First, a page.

As the need for CO2 neutral and renewable fuels increase, the use of biomass in combustion for heat and power becomes more and more important. Biomass, however, has a tendency to cause problems for the boilers such as fouling and corrosion of super heaters as well as agglomeration of the bed material in the case of fluidized bed boilers. The problems arise because of the reactive alkali in biomass. Previous agglomeration studies have been done with laboratory scale fluidized beds but usually by burning biomass or by using biomass ash. This study focused on the separate alkali components in biomass to get a better understanding of the agglomeration mechanisms. Pure salts were used which in this case were potassium chloride, potassium carbonate and potassium sulfate. An electrically heated laboratory scale fluidized bed reactor was used for the defluidization experiments and quartz sand was used as bed material. The bed was heated to the set temperature and salt was added until defluidization occurred. The experiments were done in a temperature range of 750-900 degrees C under both dry and wet conditions. The pressure drop and the bed temperatures were used to detect the onset of agglomeration and defluidization. The bed was then analyzed with SEM/EDX and ion chromatography to determine the bed composition. It was found that potassium chloride did not react with the quartz bed but in fact only acted as glue between the sand particles. Potassium carbonate on the other hand reacted with the bed particles forming potassium silicates. Potassium sulfate did not cause defluidization as was expected.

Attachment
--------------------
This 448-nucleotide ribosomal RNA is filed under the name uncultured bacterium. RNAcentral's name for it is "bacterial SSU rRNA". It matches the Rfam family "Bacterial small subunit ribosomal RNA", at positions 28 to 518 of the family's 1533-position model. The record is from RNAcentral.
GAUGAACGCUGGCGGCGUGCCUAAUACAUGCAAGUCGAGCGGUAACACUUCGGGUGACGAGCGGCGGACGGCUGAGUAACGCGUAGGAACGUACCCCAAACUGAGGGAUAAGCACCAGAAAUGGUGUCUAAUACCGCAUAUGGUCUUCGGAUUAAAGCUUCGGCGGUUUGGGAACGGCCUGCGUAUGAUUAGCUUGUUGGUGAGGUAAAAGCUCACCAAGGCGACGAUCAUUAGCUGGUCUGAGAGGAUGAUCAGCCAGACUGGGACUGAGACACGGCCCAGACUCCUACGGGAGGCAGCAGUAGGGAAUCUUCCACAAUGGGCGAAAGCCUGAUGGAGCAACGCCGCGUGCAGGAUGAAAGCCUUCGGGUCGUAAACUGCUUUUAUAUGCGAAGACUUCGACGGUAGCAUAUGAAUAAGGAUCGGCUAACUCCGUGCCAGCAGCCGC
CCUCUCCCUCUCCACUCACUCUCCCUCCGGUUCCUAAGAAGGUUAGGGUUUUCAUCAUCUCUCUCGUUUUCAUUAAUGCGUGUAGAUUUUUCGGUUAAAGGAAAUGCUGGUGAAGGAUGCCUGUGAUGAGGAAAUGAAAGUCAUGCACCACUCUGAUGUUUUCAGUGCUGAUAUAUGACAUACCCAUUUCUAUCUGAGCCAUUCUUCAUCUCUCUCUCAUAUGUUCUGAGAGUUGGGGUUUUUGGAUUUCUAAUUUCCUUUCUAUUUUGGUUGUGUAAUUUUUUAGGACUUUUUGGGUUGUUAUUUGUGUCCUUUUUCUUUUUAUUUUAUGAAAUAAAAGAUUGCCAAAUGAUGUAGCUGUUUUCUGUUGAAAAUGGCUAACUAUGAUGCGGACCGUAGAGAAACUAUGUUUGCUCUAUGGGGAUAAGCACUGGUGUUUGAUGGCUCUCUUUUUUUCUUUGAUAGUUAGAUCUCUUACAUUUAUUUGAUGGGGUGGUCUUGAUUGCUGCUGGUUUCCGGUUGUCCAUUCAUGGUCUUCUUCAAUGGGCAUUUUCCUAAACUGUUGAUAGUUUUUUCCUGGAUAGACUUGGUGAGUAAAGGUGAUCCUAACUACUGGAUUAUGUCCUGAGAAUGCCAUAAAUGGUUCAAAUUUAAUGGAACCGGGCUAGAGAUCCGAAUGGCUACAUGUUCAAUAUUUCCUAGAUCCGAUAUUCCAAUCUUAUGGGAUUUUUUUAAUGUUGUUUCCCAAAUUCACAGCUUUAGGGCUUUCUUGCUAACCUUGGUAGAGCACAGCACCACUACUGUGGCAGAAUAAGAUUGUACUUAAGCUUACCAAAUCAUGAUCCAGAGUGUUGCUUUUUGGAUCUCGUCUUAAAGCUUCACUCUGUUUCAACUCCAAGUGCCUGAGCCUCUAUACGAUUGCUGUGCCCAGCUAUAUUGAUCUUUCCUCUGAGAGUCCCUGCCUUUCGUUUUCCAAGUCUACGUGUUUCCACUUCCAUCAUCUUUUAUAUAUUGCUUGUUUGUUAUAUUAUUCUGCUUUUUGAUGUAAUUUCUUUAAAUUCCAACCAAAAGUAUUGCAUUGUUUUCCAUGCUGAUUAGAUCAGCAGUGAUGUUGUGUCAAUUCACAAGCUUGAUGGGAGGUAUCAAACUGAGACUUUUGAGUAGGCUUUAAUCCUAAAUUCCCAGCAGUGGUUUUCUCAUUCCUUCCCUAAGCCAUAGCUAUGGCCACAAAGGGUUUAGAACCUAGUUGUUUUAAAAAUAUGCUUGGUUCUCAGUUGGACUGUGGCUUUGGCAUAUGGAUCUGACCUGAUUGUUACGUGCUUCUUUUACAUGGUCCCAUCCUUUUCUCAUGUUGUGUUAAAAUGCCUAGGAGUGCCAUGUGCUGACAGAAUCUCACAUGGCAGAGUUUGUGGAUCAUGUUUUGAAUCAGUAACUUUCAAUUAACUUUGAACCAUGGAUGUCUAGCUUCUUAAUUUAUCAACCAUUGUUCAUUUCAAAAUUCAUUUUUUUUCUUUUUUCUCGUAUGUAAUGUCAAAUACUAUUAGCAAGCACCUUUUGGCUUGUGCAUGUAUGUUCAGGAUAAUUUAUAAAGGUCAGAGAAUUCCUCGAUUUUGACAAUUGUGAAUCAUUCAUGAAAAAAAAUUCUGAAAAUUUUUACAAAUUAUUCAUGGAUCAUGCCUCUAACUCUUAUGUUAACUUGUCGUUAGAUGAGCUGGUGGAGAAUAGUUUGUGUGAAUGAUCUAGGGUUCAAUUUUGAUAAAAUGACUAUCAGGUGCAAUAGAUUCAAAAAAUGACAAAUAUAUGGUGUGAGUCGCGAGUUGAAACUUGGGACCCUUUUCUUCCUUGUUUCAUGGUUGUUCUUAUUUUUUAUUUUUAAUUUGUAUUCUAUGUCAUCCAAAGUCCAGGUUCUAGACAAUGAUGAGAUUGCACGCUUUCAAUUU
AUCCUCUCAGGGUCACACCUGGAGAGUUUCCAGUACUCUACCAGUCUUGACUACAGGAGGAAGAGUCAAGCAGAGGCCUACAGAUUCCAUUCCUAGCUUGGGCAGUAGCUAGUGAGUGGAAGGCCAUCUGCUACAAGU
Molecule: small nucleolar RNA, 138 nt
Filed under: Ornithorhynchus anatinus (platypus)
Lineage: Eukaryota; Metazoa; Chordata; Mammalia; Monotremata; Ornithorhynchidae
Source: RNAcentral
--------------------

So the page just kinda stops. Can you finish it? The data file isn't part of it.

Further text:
- Alkali salts
- Laboratory scale